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Demonstration using only sensor based tag

Sensor based RFID

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Demonstration using GPS embedded tags
To navigate the RFID tag

Sensor based RFID

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Block diagram of RFID tag integrated with Gas sensor

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All Blocks of RFID only

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FSK Modulator

f oat890MHz  1 / 2 LC f1at900MHz  1 / 2 L(C  Cp )
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Clock Regenerator

Vin Vref Vout pulses

: : :

Sinosoidal wave VDD Full GND-VDD Square

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128 bit ROM
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Using 3 bit Column counter (multiplexer) And 4 bit row counter

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a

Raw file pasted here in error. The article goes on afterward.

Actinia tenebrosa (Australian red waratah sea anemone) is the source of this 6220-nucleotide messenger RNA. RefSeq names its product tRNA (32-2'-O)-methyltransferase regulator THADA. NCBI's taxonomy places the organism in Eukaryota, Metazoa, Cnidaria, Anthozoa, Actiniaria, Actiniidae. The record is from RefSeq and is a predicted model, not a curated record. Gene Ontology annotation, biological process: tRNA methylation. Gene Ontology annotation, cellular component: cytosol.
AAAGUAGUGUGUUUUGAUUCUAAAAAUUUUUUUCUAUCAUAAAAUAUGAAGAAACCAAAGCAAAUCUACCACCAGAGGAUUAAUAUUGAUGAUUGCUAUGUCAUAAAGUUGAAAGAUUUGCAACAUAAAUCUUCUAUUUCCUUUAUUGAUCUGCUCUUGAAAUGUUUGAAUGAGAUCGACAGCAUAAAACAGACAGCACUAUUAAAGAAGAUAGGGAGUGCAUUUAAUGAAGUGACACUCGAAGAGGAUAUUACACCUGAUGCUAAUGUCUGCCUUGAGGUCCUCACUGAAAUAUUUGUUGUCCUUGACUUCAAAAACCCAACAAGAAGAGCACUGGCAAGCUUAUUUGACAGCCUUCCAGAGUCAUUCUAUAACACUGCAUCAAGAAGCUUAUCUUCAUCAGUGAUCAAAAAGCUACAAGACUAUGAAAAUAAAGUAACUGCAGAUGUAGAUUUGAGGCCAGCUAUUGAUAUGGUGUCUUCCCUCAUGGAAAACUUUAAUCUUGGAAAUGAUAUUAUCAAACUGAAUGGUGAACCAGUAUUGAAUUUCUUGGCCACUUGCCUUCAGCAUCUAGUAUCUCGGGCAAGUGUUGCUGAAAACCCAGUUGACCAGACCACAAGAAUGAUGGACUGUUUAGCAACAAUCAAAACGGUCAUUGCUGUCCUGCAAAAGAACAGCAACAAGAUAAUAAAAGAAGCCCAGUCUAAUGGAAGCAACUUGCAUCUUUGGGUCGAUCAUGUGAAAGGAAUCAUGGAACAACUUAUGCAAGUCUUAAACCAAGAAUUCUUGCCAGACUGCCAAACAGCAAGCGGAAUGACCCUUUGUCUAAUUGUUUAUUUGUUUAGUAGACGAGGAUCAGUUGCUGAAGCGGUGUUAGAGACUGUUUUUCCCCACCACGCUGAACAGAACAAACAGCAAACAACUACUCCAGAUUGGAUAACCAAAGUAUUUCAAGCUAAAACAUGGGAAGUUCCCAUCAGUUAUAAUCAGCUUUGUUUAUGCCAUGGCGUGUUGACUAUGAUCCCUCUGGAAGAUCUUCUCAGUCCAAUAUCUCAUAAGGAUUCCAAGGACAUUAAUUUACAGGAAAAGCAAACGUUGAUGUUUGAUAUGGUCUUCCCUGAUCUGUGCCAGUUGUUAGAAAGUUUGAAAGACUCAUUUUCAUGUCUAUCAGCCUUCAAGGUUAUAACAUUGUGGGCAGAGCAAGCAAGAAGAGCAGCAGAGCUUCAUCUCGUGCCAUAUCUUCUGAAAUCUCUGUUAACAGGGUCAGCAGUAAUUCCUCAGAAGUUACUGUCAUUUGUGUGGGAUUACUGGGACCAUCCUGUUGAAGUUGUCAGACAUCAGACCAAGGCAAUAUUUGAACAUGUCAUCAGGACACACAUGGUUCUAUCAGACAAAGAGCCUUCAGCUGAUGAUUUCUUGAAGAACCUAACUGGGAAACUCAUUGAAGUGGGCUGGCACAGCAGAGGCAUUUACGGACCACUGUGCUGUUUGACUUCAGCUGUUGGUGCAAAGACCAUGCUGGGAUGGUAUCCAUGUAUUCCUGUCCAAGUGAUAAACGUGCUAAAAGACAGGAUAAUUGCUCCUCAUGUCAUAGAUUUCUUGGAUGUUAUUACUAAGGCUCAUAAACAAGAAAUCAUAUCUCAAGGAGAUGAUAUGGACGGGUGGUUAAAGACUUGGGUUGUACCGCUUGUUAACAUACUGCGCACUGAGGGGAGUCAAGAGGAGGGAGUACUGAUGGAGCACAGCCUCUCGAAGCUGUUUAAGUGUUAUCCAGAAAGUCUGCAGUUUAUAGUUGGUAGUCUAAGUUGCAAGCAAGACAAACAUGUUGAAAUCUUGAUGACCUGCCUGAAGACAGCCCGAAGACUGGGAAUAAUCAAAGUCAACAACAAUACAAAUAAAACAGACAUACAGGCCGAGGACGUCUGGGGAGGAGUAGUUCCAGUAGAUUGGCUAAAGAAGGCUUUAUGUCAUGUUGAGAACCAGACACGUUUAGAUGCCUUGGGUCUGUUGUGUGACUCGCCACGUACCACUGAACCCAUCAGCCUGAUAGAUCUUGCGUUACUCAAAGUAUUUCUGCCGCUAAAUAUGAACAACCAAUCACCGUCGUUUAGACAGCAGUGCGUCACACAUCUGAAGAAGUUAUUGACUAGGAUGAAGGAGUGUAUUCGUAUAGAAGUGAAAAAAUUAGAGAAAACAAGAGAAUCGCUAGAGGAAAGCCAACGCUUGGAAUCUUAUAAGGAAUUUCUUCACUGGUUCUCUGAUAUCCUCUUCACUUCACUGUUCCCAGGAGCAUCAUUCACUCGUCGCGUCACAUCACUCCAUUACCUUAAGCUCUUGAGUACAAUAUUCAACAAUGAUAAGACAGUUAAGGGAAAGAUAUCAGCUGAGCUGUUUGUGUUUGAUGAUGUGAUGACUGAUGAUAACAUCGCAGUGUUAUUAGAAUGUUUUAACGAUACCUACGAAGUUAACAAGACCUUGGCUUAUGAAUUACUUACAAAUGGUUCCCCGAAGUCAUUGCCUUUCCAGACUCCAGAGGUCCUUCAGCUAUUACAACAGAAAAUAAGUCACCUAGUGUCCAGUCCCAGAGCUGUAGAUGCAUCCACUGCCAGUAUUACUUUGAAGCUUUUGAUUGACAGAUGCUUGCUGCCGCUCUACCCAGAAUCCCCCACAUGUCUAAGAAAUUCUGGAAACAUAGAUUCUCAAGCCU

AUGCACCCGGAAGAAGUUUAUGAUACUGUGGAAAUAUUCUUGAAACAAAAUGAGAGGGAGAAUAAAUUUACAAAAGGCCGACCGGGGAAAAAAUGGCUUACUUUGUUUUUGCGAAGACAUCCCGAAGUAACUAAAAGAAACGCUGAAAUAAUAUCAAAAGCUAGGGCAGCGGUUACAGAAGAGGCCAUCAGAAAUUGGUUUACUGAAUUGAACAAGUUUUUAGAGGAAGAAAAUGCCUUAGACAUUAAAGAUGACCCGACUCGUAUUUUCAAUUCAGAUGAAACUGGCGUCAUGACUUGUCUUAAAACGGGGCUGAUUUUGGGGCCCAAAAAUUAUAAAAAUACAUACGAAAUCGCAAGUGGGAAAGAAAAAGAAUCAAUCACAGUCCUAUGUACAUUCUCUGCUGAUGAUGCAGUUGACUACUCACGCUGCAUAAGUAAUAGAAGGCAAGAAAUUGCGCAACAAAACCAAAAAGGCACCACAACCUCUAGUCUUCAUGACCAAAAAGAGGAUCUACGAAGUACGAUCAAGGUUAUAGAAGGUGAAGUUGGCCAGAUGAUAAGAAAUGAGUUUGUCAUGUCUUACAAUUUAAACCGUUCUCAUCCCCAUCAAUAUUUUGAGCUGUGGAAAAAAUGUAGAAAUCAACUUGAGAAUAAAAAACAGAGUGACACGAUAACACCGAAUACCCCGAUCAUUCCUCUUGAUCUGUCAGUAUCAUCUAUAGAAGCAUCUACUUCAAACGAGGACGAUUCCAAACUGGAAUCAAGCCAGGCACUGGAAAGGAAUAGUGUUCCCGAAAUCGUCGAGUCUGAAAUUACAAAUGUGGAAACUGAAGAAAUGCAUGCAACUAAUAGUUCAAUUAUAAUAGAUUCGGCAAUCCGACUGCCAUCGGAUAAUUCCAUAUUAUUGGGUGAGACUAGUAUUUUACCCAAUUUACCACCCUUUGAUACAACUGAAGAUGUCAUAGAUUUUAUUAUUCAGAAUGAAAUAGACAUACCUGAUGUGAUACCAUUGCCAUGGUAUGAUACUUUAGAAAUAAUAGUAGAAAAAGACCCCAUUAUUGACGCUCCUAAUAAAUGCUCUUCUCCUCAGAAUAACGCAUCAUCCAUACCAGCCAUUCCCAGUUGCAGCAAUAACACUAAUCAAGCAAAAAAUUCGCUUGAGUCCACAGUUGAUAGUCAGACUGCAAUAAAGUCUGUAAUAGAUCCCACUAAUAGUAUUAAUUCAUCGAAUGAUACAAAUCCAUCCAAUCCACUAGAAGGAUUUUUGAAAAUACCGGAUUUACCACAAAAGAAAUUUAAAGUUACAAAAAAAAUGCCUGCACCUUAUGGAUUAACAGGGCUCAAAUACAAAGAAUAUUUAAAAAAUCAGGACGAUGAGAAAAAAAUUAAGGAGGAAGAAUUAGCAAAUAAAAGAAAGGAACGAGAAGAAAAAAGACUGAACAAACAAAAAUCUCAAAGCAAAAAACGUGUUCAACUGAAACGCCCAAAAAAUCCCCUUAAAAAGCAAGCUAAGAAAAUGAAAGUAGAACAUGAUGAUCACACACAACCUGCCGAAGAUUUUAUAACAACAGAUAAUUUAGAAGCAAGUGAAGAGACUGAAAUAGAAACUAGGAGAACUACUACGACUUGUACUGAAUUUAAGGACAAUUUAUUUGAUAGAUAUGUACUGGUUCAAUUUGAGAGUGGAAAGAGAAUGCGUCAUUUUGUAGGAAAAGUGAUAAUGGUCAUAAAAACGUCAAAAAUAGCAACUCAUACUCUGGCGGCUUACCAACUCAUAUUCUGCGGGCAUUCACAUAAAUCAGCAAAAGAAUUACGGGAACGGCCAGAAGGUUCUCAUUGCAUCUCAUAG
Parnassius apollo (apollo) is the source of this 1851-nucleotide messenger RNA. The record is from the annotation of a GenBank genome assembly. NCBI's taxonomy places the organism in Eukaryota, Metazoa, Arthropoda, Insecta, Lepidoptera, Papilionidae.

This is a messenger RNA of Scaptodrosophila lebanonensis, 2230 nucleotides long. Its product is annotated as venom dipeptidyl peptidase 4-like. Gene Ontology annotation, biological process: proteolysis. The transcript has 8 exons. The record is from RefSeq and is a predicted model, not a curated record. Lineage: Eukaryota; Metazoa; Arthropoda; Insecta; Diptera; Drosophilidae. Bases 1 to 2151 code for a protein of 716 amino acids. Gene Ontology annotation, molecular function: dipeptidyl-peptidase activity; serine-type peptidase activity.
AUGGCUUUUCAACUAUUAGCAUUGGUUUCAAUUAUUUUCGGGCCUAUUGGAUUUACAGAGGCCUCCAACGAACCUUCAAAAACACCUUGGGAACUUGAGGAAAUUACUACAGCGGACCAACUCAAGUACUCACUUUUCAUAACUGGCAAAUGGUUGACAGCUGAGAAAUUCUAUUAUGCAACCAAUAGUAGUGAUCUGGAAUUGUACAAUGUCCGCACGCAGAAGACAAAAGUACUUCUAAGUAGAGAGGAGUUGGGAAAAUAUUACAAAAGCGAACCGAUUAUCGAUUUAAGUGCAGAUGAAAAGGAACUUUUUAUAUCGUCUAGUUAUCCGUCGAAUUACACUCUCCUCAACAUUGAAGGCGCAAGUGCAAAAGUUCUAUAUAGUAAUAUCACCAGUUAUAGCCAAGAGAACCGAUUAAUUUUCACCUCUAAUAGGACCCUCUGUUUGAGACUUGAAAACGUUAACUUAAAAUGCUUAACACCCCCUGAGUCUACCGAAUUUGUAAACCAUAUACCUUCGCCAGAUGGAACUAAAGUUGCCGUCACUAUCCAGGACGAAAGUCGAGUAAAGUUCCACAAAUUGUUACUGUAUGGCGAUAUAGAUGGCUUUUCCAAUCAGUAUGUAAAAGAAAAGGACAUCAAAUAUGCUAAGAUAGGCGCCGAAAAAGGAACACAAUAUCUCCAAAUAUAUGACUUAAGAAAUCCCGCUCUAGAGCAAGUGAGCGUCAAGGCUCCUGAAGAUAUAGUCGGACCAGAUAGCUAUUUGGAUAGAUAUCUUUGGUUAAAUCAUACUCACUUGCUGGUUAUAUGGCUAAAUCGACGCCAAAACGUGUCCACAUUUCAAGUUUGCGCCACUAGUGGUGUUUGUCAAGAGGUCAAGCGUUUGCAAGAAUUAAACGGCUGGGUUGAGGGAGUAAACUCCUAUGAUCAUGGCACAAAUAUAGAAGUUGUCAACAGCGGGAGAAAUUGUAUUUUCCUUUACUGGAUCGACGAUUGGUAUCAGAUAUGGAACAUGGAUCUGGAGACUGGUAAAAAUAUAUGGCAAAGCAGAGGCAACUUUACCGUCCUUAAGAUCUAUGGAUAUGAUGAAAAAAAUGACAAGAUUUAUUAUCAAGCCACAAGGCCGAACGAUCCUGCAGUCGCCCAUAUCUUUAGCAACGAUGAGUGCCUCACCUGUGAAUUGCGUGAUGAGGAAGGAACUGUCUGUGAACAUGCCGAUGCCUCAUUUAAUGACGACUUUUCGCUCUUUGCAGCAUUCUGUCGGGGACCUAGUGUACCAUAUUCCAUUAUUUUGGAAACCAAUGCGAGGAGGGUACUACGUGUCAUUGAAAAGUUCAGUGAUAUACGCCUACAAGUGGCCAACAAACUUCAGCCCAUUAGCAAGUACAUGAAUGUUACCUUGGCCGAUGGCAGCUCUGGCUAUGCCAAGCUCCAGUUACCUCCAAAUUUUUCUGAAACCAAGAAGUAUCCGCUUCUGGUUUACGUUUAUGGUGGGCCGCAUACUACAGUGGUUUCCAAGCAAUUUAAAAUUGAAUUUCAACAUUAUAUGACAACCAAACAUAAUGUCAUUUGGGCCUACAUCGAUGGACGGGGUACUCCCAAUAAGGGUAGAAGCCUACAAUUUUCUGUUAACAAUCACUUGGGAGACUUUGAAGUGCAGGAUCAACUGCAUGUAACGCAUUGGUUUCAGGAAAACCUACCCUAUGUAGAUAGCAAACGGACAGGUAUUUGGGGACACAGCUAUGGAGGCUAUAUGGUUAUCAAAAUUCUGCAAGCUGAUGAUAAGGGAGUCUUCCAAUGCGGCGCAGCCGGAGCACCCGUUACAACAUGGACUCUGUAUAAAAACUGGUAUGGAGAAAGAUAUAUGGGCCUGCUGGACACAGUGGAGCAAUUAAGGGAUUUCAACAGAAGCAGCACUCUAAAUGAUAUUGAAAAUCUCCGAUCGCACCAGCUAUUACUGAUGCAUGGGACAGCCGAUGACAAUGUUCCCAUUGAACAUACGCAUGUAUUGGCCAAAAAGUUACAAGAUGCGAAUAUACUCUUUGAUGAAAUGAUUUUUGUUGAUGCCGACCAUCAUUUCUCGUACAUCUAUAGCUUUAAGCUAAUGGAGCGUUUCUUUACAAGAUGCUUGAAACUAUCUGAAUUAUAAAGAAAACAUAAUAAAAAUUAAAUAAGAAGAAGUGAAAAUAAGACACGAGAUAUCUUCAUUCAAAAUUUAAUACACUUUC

(a)
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(b)

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a)Simulation result of Column counter b) Row counter c) 128 bit ROM
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Simulation result of 128 bit ROM

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Concept of DTMOS for very low voltage operation

(a) Cross section of an SOI NMOSFET with body and gate tied together. (b) Gate to body connection by using aluminum to short the gate and P+ region.
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Simulation result

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Drain current of an SOI NMOSFET operated as a DTMOS and as a regular
device.

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DTMOS design

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Power-hungry modules such as rectifier must be designed with low power requirement. It is done by varying VBS component in the body effect equation in ON and OFF state.

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DTMOS design
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Advantages: Less Capacitance (~5-40%) Lower power Reduced effective VT, short channel effects, body effect Layout simplicity (no wells, plugs, …) Disadvantages: History-dependent timing Increased device leakage Body effect issues Self heating Decoupling capacitance
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Conclusion